Thousands are still without power in Nova Scotia after fierce Christmas Day winds brought down power lines across the province.

“We are working very hard,” Nova Scotia Power spokesperson Sasha Irving told CTV News Channel Tuesday morning. “We have over 650 people working on this storm today.”

Lashed by wind gusts of more than 100 km/h Monday as a massive storm system battered Atlantic Canada with a mix of rain, snow and freezing rain, tens of thousands of Nova Scotians were forced to spend Christmas Day in the dark.

“We had 158,000 customers off at our peak -- we’re making some excellent progress,” Nova Scotia Power president and CEO Karen Hutt told CTV News Tuesday afternoon. “It’s been just a vicious storm and it has dropped damage all along the way, so at this point, we have crews spread all across the province.”

Hutt said that she expects 90 per cent of customers to have power back by 11:30 p.m. Tuesday. The vast majority of Nova Scotians, she added, should be reconnected to the grid by noon Wednesday.

“We will have crews literally working all through the night,” she said. “We will not stop until the last customer is on.”

Weather conditions, fortunately, have since stabilized in Nova Scotia. Halifax, for example, is expected to have a daytime high of -2 C, though winds will continue to gust at up to 50 km/h. In areas that are still without power, Nova Scotia’s Emergency Management Office has opened comfort centres where people can get warm and have a meal and advised people to be especially careful of carbon monoxide when using alternative heating sources.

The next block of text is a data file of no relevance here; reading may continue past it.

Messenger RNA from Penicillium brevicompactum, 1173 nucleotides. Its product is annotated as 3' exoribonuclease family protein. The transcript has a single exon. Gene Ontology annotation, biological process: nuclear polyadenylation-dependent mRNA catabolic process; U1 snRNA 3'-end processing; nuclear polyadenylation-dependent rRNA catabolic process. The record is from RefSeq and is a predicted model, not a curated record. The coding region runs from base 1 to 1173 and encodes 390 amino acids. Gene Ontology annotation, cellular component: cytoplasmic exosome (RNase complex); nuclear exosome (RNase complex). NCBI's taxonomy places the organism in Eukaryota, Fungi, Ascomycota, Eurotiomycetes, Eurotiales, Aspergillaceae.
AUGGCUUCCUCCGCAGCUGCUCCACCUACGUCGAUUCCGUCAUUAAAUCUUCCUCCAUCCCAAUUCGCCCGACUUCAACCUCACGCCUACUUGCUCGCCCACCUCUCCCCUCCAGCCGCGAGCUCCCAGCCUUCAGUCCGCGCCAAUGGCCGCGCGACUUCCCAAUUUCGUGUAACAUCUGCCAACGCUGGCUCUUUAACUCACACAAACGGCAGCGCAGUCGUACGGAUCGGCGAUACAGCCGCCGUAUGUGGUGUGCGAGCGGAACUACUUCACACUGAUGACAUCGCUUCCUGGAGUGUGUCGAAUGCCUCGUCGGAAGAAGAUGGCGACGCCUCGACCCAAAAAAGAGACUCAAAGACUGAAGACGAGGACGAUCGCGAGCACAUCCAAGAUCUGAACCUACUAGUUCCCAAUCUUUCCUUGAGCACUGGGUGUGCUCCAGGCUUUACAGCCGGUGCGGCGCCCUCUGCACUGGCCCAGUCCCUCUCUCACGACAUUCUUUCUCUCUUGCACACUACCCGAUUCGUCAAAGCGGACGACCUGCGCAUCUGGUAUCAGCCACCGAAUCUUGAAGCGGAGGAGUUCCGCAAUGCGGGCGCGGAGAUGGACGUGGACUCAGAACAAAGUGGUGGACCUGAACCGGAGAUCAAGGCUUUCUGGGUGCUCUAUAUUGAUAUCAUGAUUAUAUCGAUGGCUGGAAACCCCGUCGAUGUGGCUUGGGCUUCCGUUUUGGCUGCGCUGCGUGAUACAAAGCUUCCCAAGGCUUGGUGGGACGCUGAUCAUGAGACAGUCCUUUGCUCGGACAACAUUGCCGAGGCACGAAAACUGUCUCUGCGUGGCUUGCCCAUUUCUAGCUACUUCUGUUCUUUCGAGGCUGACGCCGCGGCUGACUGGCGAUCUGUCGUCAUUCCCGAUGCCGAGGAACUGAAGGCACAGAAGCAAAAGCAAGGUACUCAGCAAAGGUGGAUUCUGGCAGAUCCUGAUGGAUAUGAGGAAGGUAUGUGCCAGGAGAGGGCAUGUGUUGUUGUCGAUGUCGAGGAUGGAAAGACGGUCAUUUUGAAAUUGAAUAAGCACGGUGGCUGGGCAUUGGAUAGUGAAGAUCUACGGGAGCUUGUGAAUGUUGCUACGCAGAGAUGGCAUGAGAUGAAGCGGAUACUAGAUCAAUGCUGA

“There have been events in the past that have tragic results where people are looking to warm up as a result of power outages,” Emergency Management Office Executive Director Paul Mason told CTV Atlantic.

Crews from New Brunswick have also arrived to help, though the extent of the storm damage means that the work to restore power will be painstaking, Irving said.

“Because of the significantly high winds yesterday, they’re seeing lots of downed trees on lines, broken branches, and in some localized areas we’re seeing broken poles, which is unusual,” Irving explained. “It really goes to show the significance of the winds yesterday and the impact they had on the system.”

A interactive map of the outage is available on Nova Scotia Power’s website.

The other Atlantic provinces were also hit by a storm Christmas Day, though they have not reported significant power outages.

With files from CTV Atlantic’s Allan April and The Canadian Press